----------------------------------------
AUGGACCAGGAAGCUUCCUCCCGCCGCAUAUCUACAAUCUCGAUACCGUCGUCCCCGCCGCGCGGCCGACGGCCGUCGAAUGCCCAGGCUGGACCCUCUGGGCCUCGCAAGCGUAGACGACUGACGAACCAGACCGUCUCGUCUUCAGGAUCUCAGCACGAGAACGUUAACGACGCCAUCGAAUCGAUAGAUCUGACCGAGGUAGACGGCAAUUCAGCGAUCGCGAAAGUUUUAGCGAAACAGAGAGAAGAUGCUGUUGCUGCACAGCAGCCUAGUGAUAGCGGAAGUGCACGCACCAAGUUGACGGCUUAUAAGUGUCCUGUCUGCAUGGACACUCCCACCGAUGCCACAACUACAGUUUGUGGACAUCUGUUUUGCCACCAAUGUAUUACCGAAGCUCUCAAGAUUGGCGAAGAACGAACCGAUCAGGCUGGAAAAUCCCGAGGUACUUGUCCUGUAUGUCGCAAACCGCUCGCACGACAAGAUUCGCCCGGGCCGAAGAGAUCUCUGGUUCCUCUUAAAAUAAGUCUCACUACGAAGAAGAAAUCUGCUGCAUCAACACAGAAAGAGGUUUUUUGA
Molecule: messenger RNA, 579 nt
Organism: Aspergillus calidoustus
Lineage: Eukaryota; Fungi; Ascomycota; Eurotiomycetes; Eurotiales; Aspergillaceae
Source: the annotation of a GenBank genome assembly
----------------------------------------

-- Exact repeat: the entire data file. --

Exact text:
AUGGACCAGGAAGCUUCCUCCCGCCGCAUAUCUACAAUCUCGAUACCGUCGUCCCCGCCGCGCGGCCGACGGCCGUCGAAUGCCCAGGCUGGACCCUCUGGGCCUCGCAAGCGUAGACGACUGACGAACCAGACCGUCUCGUCUUCAGGAUCUCAGCACGAGAACGUUAACGACGCCAUCGAAUCGAUAGAUCUGACCGAGGUAGACGGCAAUUCAGCGAUCGCGAAAGUUUUAGCGAAACAGAGAGAAGAUGCUGUUGCUGCACAGCAGCCUAGUGAUAGCGGAAGUGCACGCACCAAGUUGACGGCUUAUAAGUGUCCUGUCUGCAUGGACACUCCCACCGAUGCCACAACUACAGUUUGUGGACAUCUGUUUUGCCACCAAUGUAUUACCGAAGCUCUCAAGAUUGGCGAAGAACGAACCGAUCAGGCUGGAAAAUCCCGAGGUACUUGUCCUGUAUGUCGCAAACCGCUCGCACGACAAGAUUCGCCCGGGCCGAAGAGAUCUCUGGUUCCUCUUAAAAUAAGUCUCACUACGAAGAAGAAAUCUGCUGCAUCAACACAGAAAGAGGUUUUUUGA
Molecule: messenger RNA, 579 nt
Organism: Aspergillus calidoustus
Lineage: Eukaryota; Fungi; Ascomycota; Eurotiomycetes; Eurotiales; Aspergillaceae
Source: the annotation of a GenBank genome assembly